Much of the rise of Western Music can be attributed to the harmonization of the mass and other sacred music - Bach would sign his work "S.D.G," sola Dei gloria - for God's glory alone - but he is rarely considered a "Christian musician." Robert Greenburg in How to Listen to and Understand Great Music delves much more deeply into the historical connection of the church and western music.

In contemporary times, "Christian Contemporary Music," including the likes of Michael W. Smith, Petra, Degarmo & Key, Amy Grant, Steven Curtis Chapman, and similar people, is itself a branding term that tends to encompass a certain style of music that often gets picked up by "praise and worship bands" at contemporary churches. Indeed Jon Acuff (Stuff Christians Like) mentions that these P&W bands often release their own CDs, and clearly fall in this category. Many of the luminaries of the band (e.g. Michael W. Smith) serve as Worship Ministers in their own churches.

Amy Grant, however, helped to define the term when she transitioned from being a "Christian" musician to a more mainstream one. (Russ Taff did the same move but didn't get nearly the same amount of press.) When she released "Baby, Baby," she did so explicitly under the guise that she wanted to do more mainstream stuff. In reaction, many Christians still wanted to claim she was a "Christian artist," despite Grant's desire to "move on."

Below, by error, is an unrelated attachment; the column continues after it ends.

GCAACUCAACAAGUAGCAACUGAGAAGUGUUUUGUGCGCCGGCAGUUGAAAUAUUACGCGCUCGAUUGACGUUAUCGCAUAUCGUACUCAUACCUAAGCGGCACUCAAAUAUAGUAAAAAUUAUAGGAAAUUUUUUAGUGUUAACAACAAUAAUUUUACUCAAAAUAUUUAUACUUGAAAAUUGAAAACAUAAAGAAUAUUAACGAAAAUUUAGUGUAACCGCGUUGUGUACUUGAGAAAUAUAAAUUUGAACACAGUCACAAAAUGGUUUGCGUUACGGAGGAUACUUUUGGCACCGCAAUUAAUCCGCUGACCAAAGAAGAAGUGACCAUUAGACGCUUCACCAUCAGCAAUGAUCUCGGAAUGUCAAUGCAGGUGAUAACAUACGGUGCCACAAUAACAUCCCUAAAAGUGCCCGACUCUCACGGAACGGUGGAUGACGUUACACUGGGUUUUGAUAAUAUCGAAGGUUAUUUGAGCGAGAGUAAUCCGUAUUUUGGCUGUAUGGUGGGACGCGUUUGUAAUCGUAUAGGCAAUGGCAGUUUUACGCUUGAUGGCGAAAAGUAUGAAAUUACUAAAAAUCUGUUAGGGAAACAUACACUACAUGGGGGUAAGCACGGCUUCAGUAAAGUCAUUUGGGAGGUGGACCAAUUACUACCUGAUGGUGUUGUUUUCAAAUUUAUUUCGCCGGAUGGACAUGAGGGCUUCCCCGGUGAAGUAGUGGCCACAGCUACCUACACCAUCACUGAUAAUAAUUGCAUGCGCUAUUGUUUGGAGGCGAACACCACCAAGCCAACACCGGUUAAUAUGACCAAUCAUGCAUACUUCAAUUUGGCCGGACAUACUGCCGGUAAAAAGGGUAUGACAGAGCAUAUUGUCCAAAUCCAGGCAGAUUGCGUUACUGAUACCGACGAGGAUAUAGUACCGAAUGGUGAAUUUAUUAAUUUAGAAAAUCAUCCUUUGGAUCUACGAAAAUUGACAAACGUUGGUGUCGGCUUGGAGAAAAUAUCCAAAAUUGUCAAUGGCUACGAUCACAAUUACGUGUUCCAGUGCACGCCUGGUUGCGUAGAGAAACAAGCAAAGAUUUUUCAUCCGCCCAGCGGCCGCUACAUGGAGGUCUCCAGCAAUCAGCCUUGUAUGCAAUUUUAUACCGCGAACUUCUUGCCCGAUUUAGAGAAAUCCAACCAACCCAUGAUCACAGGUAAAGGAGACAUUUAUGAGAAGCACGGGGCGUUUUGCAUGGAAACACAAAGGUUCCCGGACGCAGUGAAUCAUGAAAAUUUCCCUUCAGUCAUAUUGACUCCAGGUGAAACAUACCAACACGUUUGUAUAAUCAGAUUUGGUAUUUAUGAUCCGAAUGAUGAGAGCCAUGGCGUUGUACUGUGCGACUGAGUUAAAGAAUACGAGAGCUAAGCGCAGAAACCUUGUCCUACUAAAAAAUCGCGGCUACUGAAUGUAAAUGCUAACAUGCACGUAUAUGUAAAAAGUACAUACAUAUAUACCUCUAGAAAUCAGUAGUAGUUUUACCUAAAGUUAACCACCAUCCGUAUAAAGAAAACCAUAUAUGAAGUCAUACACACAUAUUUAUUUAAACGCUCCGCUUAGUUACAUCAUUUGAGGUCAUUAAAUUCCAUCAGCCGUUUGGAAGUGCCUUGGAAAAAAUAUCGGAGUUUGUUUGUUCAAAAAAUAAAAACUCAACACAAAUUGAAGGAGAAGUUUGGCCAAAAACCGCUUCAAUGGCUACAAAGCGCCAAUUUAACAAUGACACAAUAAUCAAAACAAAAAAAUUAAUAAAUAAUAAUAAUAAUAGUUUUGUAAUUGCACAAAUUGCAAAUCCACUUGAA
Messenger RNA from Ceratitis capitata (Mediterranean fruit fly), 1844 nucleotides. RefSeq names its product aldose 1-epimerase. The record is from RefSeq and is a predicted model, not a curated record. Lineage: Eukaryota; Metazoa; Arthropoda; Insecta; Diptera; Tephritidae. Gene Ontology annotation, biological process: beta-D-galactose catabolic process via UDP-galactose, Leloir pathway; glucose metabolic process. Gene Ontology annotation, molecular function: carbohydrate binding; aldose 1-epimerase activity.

From the NY Times, 5/11/02:

A writer in the evangelical magazine Christianity Today criticized Ms. Grant's 1997 release, ''Behind the Eyes,'' for its ''complete absence of explicitly Christian lyrical content.'' The ensuing controversy prompted the Gospel Music Association to adopt content requirements for its annual Dove Award entries.

In 2009, Bob Carlisle's secular "Butterfly Kisses" won the coveted "Song of the Year" from the Gospel Music Association's "Dove Awards" - the premier CCM award. According to industry insiders, the GMA was embarrassed that a song without any "Christian" content was voted the coveted "song-of-the-year". To that end ...

Gospel Music Association (GMA) Awards and Criteria Committee has created criteria for eligibility of Dove Awards based on lyric contents. The definition states:

"Gospel music is music in any style whose lyric is: substantially based upon historically orthodox Christian truth contained in or derived from the Holy Bible; and/or an expression of worship of God or praise for His works; and/or testimony of relationship with God through Christ; and/or obviously prompted and informed by a Christian world view."

The only previous requirement for Dove Awards was simply — Christian retail store distribution. In other words, if it was sold in so-called Christian stores it was eligible.

(Reference, but be warned, it gets weird...)

In the end, "Christian" is as much a brand as an actual adjective. The wide spectrum of CCM has no branding authority, so it kind of is was it is.

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Very good, thanks! – Alexander Kulyakhtin Jul 9 '12 at 19:52